Monday, October 31, 2011

Blog # 201 John Chapter 6- 2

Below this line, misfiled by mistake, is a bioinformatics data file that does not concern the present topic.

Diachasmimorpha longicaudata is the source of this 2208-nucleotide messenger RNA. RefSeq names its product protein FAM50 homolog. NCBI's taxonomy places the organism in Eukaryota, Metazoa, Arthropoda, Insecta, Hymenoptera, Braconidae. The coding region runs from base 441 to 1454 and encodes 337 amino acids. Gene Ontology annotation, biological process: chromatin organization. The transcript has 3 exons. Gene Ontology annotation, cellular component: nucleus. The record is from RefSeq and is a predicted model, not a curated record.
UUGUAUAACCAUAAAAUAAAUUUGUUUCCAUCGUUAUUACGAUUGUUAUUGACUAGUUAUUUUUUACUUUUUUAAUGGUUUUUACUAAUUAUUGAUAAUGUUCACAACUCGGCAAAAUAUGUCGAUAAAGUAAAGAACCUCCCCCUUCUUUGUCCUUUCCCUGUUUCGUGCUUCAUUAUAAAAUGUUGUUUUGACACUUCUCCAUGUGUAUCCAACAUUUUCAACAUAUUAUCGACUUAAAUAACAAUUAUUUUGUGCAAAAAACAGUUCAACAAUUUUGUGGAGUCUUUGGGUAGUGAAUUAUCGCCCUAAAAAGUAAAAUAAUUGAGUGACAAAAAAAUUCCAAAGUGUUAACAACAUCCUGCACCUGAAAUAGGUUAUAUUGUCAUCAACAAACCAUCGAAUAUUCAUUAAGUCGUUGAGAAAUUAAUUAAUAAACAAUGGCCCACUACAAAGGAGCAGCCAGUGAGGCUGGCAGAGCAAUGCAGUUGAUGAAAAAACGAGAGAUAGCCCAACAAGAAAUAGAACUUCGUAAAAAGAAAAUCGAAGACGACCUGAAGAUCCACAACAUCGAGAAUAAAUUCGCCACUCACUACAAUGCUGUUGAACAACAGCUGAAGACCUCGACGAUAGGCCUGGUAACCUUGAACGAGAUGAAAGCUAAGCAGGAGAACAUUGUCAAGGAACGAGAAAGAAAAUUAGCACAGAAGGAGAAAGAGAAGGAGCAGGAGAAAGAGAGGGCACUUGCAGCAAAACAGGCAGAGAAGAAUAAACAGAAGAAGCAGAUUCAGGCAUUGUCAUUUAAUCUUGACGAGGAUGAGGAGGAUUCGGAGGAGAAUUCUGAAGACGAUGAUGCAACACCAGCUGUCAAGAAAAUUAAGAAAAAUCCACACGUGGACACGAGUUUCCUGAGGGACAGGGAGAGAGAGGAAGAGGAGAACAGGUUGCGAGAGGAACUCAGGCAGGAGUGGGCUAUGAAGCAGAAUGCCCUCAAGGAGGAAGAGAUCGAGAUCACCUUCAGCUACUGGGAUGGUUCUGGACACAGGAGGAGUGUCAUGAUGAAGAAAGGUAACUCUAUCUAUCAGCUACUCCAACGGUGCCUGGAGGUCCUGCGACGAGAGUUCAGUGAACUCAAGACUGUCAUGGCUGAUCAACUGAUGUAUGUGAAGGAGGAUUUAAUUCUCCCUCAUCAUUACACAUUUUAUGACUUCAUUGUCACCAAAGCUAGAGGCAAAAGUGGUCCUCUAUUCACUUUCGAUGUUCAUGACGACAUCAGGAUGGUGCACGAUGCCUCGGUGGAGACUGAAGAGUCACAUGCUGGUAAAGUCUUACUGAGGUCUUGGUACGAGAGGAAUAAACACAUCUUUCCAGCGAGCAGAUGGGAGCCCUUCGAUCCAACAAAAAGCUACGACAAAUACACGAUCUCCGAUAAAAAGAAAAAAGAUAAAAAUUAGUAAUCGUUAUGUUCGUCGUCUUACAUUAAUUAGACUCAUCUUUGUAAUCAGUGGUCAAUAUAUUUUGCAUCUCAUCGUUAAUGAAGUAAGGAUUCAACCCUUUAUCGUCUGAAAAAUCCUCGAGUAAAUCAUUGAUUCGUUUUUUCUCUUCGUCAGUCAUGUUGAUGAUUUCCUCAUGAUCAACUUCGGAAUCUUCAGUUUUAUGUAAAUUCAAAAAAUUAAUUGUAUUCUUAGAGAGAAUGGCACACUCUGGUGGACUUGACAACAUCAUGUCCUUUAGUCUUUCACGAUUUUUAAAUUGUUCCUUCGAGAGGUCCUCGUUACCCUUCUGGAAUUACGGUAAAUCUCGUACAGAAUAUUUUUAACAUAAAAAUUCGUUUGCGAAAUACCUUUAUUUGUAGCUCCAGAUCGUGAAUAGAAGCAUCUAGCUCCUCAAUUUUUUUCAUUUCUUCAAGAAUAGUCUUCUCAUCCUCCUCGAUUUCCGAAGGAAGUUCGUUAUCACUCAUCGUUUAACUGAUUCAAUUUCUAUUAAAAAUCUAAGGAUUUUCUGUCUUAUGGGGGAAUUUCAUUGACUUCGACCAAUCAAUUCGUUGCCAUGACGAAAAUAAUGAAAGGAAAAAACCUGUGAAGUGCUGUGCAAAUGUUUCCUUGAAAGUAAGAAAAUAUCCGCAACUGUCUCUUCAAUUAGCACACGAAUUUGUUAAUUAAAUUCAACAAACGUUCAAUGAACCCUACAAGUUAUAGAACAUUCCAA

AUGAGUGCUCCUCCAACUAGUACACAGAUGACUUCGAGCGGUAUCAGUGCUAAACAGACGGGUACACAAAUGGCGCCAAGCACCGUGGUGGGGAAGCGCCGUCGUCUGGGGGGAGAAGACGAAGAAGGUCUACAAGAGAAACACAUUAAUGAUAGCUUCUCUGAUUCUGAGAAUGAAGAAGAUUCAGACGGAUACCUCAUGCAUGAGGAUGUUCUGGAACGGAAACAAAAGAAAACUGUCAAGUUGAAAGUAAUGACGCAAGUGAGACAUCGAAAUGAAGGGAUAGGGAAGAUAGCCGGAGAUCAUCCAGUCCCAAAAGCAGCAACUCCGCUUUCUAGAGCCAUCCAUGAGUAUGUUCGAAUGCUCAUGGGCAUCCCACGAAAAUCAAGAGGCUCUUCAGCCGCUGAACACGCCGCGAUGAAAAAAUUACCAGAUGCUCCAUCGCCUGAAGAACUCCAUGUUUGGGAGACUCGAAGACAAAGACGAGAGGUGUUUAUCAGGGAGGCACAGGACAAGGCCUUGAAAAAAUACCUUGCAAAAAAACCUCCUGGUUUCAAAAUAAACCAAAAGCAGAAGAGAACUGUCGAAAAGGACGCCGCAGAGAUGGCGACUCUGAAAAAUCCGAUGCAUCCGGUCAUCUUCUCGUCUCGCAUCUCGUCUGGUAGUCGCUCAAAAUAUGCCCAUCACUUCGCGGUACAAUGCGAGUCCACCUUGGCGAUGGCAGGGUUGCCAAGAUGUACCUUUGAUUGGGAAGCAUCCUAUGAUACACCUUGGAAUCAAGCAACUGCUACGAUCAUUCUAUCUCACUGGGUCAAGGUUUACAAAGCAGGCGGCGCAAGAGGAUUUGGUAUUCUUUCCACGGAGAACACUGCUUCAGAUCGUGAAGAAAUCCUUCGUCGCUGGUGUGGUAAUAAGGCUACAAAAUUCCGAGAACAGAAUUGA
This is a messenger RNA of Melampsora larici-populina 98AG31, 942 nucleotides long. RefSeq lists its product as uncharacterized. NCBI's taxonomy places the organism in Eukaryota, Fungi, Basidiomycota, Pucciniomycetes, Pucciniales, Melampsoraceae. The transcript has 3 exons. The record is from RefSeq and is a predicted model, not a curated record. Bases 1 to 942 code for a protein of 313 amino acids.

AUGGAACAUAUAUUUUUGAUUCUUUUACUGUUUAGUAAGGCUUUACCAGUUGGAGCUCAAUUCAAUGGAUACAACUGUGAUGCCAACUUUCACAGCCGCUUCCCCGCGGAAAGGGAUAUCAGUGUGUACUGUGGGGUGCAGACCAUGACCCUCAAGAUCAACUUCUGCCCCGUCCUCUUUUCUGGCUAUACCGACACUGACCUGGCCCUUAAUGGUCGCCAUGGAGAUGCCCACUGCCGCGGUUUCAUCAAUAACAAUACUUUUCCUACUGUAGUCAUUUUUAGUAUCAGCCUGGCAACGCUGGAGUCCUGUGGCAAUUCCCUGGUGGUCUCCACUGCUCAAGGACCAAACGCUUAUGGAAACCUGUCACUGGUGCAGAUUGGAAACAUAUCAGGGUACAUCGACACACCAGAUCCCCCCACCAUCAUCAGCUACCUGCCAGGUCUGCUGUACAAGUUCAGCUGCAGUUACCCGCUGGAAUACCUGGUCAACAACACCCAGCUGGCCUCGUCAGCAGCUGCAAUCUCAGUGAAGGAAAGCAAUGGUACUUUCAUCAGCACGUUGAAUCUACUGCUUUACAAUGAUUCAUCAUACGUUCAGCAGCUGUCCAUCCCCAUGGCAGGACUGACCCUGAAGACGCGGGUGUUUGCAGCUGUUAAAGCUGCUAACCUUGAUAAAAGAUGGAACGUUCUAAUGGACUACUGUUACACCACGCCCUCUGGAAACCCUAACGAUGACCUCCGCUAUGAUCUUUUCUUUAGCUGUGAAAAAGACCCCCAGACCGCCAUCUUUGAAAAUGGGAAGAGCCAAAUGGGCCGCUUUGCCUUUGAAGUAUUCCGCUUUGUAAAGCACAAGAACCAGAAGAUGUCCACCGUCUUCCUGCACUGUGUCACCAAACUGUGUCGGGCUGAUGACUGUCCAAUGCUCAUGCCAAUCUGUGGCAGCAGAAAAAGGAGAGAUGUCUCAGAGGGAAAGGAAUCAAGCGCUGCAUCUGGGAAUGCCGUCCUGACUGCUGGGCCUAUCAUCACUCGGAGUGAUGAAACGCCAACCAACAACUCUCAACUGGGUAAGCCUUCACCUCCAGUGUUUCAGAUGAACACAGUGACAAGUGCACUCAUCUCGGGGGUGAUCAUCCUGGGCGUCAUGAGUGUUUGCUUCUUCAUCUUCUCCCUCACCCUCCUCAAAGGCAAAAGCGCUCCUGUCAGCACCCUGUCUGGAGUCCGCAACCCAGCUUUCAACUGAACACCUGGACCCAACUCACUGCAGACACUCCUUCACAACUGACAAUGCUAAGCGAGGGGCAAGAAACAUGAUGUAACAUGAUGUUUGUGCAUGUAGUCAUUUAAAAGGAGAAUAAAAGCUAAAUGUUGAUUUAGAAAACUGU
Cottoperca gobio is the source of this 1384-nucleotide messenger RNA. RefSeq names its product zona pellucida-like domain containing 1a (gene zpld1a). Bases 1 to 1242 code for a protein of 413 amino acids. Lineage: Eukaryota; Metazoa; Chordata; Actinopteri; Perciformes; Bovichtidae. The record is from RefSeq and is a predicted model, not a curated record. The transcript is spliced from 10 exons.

John Chapter 6 - 2 I am thoroughly convinced of the absolute importance of our faith in the divinity of Jesus in general as the foundation of our unconditional trust in Jesus and our total love for Him. I see its absolute importance also in particular in order to have a proper and complete understanding of Chapter 6 and its application in our use of that Chapter for our own personal growth in holiness and in possible discussions we might have with fellow Christians who are separated from us in serious matters of faith. Let's review some of the indicators we can discover in John's Gospel that can help us realize how John invites us always to keep the notion of the divinity of Jesus in clear focus. Matthew begins his Gospel with a family record of Jesus beginning with Abraham and continues through a long list of fathers and sons down to Joseph the husband of Mary, it being "of her that Jesus who is called the Messiah was born". "Here begins the Gospel of Jesus Christ, the Son of God." Mark begins his Gospel that way and proceeds immediately into the story of John the Baptist in the desert and the fully grown Jesus coming to John to be baptized. Luke begins his Gospel telling his friend Theophilus his purpose in writing his Gospel was to show Theophilus how reliable was the instruction that Theophilus received. This brief introduction is followed by the story of Zechariah and Elizabeth and the conception of John the Baptist. John begins his gospel in the same way and words the Bible itself begins, with God, "In the beginning...". Genesis goes on to give us the story of creation with God as the sole Creator of all that exists. John has this: "In the beginning was the Word; the Word was in God's presence, and the Word was God.Through him all things came into being, and apart from him nothing came to be...The Word became flesh and made his dwelling among us." On the occasion of the Baptism of Jesus by John, John identifies Jesus as "the Lamb of God who takes away the sin of the world". With a little reflection we can see this identification as a proclamation of the divinity of Jesus since only God can take away sin. Thirty times in John's Gospel Jesus confidently identifies himself as being "sent by the Father". Jesus made some clear and strong statements in favor of His divinity in discussions and arguments with the Pharisees. 'if you knew me, you would know the Father too." ( Jn 8:19, and 14:7). "I and the Father are one." (Jn 10:30). "I did indeed come from the Father; I came into the world". )Jn 16:18). "Whatever the Father does, the son does likewise." (Jn 5:19). The story of the raising of Lazarus clearly presents Jesus as divine. (Jn 11:1-27). On one occasion in His prayer Jesus identifies Himself in union with the Father before the world began. "Do you now, Father give me glory at your side, a glory I had with you before the world began.? (17:5). "Philip...Whoever has seen me has seen the Father. (14:9). Finally we have it this way: " I solemnly declare it: before Abraham came to be,I AM". (Jn 8:37) Here Jesus uses in reference to Himself the same expression God used with Moses when Moses asked Him how should the one who sent him to Pharaoh be identified. Having identified some of the claims of Jesus for His divinity in the Gospel of John we can now go on to apply our faith in that divinity to Chapter 6 . I hope you are still with me!

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